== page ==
Location A - Coilleag a Phrionnsa: Bonnie Prince Charlie Trail

Eriskay, Isle of South UIst, Outer Hebrides

Type:Bonnie Prince Charlie Trail

Add Location A - Coilleag a Phrionnsa: Bonnie Prince Charlie Trail to your Itinerary

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  • Cairn erected by Eriskay schoolchildren in 1995 to commemorate the 250th anniversary of BPC landing at Eriskay
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Prince Charles Edward Stuart's first landfall in Scotland was on the Island of Eriskay on 23rd July 1745.


Accompanied by only seven supporters the Prince landed off the French frigate Du Teillay at Coilleag a Phrionnsa. Ranald MacDonald, the Captain or chief of the MacDonalds of Clanranald was absent at the time so the Prince summoned  his half-brother, Alasdair MacDonald of Boisdale to meet him on Eriskay.  Alasdair told him that he would receive no support from the the local clans, the MacDonalds of Clanranald, the MacDonalds of Sleat in Skye and the MacLeods of Skye. He advised the Prince to go back home.

The Prince then sailed over to the mainland where he managed to raise an army and enjoyed some military success before being soundly defeated at the Battle of Culloden on 16th April 1746.  Again the Prince headed for the west coast – this time as a fugitive with a bounty of £30,000 on his head.  He engaged Donald MacLeod as his boatman and pilot to take him across the Minch.


For bit of fun, a sketch from the BBC Gaelic comedy series Ran Dan (English subtitles) Bonnie Prince Charlie - The Arrival


Coilleag a’ Phrionnsa (The Prince’s Cockle Strand) is one of the prettiest and most sheltered beaches in the Uists.  The beach is named after Bonnie Prince Charlie as it was here he first stepped foot on Scottish soil.

On the machair land surrounding this beach you can find Sea Bindweed – a flower which is not found anywhere else in the Hebrides.  The seeds of this flower are believed to have fallen from Bonnie Prince Charlie’s pocket when he came ashore.

As well as Bonnie Prince Charlie’s Beach, Eriskay is also famous for the SS Politician, the cargo ship that ran aground and sank at Calvay near Rossinish on Eriskay in February 1941.  The 28,000 cases of whisky it was carrying went down with it but not before many of the islanders managed to ‘salvage’ some for themselves!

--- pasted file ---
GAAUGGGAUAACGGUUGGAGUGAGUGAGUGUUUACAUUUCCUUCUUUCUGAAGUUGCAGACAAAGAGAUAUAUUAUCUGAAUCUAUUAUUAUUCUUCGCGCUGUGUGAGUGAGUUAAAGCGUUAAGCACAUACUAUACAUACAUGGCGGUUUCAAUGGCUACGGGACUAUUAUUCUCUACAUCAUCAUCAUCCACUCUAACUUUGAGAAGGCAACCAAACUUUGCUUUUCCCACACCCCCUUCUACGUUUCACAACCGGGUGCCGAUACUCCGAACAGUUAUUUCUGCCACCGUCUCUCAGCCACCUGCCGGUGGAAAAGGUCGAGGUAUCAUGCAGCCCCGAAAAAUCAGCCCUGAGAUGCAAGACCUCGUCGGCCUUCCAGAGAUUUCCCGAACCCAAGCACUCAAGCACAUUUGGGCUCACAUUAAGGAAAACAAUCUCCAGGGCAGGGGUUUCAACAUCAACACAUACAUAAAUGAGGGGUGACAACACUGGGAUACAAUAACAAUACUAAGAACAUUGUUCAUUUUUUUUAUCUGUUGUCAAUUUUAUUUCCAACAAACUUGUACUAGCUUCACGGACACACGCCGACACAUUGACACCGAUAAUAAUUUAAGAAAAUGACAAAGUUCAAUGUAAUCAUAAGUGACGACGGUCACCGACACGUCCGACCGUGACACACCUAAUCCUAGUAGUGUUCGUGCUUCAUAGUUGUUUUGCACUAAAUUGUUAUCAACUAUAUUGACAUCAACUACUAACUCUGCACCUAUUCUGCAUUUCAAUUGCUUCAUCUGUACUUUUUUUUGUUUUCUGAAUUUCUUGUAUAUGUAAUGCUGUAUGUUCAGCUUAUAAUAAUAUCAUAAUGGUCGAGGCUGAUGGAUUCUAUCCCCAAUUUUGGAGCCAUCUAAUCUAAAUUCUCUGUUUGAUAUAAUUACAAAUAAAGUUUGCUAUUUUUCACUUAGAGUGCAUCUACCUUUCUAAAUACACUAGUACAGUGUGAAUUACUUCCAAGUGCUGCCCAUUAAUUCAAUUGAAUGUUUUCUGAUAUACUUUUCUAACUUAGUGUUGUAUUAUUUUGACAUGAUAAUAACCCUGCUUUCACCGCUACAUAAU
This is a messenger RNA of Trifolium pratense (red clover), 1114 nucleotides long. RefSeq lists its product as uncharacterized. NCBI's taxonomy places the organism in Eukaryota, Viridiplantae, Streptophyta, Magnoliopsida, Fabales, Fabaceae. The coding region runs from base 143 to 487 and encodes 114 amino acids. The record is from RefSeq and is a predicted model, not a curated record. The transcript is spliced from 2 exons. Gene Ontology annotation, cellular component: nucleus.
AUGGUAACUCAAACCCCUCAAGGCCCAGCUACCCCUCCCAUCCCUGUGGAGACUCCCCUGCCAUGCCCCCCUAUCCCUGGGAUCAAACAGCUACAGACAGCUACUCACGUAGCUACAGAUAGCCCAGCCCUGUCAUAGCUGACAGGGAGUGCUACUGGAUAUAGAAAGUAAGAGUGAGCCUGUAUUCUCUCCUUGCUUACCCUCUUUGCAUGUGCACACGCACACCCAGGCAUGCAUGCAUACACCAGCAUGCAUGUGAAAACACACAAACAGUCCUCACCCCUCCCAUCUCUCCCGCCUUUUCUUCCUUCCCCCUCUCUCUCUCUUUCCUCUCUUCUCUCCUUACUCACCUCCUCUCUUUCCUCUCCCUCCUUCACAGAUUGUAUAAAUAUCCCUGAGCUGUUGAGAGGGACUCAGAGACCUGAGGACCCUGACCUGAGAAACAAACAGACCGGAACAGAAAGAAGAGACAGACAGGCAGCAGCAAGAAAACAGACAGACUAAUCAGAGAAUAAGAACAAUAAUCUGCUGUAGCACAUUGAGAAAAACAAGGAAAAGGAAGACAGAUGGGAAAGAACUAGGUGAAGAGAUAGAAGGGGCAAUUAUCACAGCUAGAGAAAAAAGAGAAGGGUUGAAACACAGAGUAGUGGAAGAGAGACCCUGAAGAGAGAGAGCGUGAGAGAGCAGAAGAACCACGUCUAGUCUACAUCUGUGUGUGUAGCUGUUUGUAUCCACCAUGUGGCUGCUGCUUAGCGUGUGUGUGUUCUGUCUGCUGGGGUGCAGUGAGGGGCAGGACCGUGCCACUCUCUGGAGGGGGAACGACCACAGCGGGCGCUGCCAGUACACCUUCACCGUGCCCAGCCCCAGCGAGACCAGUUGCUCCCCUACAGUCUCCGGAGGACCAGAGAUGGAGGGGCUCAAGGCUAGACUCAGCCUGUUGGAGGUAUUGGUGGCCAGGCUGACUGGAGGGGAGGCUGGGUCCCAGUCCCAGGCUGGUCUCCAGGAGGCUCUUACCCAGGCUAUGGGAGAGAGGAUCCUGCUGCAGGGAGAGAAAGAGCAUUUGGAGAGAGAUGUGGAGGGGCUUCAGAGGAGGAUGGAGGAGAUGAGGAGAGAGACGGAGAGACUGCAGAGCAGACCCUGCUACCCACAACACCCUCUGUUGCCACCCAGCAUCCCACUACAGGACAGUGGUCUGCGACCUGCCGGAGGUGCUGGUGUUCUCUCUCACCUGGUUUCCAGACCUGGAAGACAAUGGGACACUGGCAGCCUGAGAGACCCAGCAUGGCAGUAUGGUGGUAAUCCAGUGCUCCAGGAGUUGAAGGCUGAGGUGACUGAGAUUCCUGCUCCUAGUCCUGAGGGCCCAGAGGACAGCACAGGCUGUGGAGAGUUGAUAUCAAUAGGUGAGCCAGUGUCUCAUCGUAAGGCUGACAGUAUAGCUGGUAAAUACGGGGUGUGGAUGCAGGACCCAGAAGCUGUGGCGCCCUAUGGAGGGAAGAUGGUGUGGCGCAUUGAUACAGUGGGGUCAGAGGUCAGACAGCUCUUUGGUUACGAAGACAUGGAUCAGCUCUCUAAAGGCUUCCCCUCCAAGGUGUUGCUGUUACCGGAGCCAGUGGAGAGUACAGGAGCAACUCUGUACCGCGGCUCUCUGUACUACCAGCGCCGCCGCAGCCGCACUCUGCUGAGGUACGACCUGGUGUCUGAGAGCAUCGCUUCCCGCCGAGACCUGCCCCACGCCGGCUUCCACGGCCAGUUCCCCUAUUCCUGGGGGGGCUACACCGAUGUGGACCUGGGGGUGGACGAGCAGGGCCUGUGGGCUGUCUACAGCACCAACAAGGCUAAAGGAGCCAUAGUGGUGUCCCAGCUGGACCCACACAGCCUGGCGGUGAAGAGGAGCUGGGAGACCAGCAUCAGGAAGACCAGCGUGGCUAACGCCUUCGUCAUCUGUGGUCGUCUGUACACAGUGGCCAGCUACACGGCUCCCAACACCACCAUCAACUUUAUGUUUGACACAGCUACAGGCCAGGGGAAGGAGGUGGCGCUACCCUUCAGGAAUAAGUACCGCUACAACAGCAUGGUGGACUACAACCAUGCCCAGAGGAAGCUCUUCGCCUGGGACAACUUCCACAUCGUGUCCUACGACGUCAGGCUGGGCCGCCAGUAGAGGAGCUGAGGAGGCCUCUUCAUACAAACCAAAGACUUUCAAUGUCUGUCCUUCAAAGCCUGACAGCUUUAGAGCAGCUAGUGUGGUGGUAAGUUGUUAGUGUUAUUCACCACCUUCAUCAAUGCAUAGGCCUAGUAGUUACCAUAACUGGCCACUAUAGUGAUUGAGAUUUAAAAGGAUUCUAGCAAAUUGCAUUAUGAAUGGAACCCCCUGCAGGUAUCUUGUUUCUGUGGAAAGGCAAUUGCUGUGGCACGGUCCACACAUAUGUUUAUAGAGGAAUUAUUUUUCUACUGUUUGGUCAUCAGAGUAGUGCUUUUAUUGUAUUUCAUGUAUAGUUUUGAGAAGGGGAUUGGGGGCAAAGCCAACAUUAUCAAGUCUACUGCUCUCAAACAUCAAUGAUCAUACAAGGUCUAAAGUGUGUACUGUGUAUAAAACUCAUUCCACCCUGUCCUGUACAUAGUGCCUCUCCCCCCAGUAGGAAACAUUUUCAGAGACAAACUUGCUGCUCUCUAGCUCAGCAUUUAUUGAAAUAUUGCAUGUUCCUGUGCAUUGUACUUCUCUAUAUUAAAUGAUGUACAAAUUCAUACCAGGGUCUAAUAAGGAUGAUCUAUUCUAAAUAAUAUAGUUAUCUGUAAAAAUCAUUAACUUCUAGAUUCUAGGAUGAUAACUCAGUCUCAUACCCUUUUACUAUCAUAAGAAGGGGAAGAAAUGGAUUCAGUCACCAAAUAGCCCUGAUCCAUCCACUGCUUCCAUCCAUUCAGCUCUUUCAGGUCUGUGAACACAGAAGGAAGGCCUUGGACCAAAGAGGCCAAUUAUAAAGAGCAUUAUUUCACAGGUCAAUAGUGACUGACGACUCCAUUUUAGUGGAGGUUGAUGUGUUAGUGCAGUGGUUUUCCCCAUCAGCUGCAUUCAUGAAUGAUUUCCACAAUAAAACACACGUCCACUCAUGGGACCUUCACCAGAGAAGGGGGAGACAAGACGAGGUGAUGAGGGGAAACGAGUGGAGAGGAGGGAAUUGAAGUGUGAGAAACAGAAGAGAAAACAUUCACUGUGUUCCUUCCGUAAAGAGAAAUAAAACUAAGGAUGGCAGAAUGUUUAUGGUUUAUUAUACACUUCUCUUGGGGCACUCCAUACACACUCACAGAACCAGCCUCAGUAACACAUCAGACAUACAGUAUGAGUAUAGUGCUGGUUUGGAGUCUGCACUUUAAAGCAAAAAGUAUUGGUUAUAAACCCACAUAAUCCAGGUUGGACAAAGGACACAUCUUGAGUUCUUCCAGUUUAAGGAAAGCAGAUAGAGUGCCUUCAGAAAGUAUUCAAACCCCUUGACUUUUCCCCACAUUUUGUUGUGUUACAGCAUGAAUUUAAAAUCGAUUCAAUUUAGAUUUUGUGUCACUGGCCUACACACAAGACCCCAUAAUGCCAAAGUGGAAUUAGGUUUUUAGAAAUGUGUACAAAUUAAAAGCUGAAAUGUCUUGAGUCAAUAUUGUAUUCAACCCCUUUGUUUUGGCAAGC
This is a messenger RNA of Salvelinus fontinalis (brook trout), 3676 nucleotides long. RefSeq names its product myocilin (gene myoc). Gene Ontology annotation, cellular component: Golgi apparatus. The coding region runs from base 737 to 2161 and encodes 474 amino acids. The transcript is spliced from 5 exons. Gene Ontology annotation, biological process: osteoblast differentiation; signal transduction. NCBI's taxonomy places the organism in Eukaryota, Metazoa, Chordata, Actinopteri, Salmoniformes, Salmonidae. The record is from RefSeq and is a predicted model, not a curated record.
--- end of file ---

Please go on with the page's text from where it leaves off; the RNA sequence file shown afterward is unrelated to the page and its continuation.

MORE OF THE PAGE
The beach itself offers a beautiful, gentle walk.  If you start from the south side of the beach near Ceann a’ Gharraidh where the ferry leaves for Barra and venture along the grass by the edge of the sand for approx 320 metres you will come to the Cairn which was erected by Eriskay school children in 1995, marking the 250th anniversary of Bonnie Prince Charlie’s arrival on the beach.

Continuing north along the beach you can climb up the rocks at the north end taking you to a path which will lead you around the coast towards the main village, coming inland again at the back of Am Politician, the Island’s public house. You can also do a circular walk starting at the Am Politician, by going along the beach, back up along the road until you get back to the Am Politican. Click here for the route

Rossinish is another beautiful area to take a walk around with a range of ruins of traditional black houses, white houses and more recent concrete houses.  To get to Rossinish head for Haun and carry on along this road until it ends.  From here you can join a track which takes you through a gate and along the coast towards the east, passing many of the ruins and enjoying beautiful views across to South Uist and to Calvay.  The SS Politician sank just to the east of Calvay.

Next location is Location B - Benbecula



Map & Directions



Location B - Rossinish 1st Visit: Bonnie Prince Charlie Trail, Benbecula26th April 1746. Prince Charles Edward Stuart sailed from Borradale, Loch nan Uamh, at night, accompanied by Capt O'Sullivan, Capt O'Neil, Allan MacDonald, Donald MacLeod, and Edward Burke, and by seven boatmen. A severe storm blows up.

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